I took an empty sheet of paper, wrote your statements on each side, and the earth didn't stand still, no angry god come down to earth and destroyed the paper, nothing happened. So it's not a bad deal.
I can make four different statement now of the form "the statement on the front of the paper is true/false, and the statement on the back is true/false". Of these four different statements, two are consistent with what is written on the paper: "the statement on the front of the paper is true, and the statement on the back is false" and "the statement on the front of the paper is false, and the statement on the back is true".
Mockingbird: I don't get what you don't get.
First, you call it a paradox, I call it two sentences written on a sheet of paper. That means there is no big problem to solve here. It's nothing to worry about.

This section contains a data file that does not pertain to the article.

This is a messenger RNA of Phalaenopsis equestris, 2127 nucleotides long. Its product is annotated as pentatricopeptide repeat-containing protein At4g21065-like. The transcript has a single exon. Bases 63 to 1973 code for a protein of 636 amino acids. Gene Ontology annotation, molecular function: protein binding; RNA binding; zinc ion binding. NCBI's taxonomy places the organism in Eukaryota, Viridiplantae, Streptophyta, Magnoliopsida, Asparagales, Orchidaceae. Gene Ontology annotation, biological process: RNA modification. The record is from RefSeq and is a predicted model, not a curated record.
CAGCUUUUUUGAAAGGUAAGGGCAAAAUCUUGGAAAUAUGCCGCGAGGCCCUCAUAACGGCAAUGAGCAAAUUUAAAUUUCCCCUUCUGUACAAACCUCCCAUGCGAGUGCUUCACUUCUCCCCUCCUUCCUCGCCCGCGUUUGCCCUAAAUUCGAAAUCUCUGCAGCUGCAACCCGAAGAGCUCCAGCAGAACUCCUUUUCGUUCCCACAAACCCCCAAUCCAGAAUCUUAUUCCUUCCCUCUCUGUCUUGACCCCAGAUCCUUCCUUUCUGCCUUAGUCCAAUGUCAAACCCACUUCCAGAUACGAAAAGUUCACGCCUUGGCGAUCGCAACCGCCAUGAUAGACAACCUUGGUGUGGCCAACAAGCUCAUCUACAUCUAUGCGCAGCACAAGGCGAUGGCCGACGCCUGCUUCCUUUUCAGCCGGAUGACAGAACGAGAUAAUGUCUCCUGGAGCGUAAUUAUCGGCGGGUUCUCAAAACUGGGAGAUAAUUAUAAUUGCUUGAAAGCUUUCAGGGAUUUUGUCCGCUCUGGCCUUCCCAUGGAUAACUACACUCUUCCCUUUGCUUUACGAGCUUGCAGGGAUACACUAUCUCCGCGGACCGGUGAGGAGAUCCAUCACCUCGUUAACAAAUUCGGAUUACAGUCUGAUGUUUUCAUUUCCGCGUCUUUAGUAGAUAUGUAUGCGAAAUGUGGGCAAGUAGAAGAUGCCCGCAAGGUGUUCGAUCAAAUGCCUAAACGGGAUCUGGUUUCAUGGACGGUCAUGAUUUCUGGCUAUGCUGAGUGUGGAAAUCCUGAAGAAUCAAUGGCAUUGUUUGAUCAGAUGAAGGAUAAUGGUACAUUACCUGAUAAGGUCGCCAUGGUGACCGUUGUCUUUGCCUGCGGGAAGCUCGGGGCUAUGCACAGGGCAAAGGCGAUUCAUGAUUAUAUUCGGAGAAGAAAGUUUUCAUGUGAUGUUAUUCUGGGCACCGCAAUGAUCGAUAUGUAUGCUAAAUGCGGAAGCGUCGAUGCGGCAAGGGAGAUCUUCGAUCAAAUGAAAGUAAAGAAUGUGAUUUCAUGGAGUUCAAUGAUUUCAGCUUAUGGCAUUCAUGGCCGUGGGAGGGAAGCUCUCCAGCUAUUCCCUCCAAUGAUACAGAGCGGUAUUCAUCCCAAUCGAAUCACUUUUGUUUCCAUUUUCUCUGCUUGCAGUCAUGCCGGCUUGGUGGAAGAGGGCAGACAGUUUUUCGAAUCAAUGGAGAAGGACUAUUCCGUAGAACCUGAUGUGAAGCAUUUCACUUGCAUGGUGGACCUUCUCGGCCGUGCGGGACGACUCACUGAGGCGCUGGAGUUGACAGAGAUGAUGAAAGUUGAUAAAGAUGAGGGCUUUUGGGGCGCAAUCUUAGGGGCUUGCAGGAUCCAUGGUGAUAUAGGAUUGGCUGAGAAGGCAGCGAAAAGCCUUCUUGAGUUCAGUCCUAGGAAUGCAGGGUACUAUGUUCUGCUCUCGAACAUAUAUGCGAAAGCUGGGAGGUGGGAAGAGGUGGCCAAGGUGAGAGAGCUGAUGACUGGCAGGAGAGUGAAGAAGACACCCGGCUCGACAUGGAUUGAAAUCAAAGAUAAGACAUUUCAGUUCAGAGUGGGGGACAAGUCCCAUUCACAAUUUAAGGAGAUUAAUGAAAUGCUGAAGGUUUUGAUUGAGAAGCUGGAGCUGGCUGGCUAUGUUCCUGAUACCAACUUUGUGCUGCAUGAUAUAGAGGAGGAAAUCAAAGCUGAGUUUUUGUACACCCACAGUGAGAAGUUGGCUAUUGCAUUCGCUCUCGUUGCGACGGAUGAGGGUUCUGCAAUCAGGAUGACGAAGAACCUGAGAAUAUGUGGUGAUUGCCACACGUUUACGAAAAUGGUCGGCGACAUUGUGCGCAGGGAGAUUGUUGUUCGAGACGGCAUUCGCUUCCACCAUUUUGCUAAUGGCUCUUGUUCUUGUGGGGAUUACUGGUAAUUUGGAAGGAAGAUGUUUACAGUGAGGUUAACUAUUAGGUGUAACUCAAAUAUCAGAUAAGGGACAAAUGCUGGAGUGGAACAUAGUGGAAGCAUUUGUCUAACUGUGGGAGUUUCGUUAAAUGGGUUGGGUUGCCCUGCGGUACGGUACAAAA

Second, there are two statements, each could be true or false, making four combinations. Two of these four combinations are consistent with what is written. This is different from the standard liar paradox, where "the liar's statement is true" and "the liar's statement is false" are both inconsistent with the liar's statement.
So we don't actually have a paradox at all - we know definitely that one statement is true and one is false, we just cannot say which one.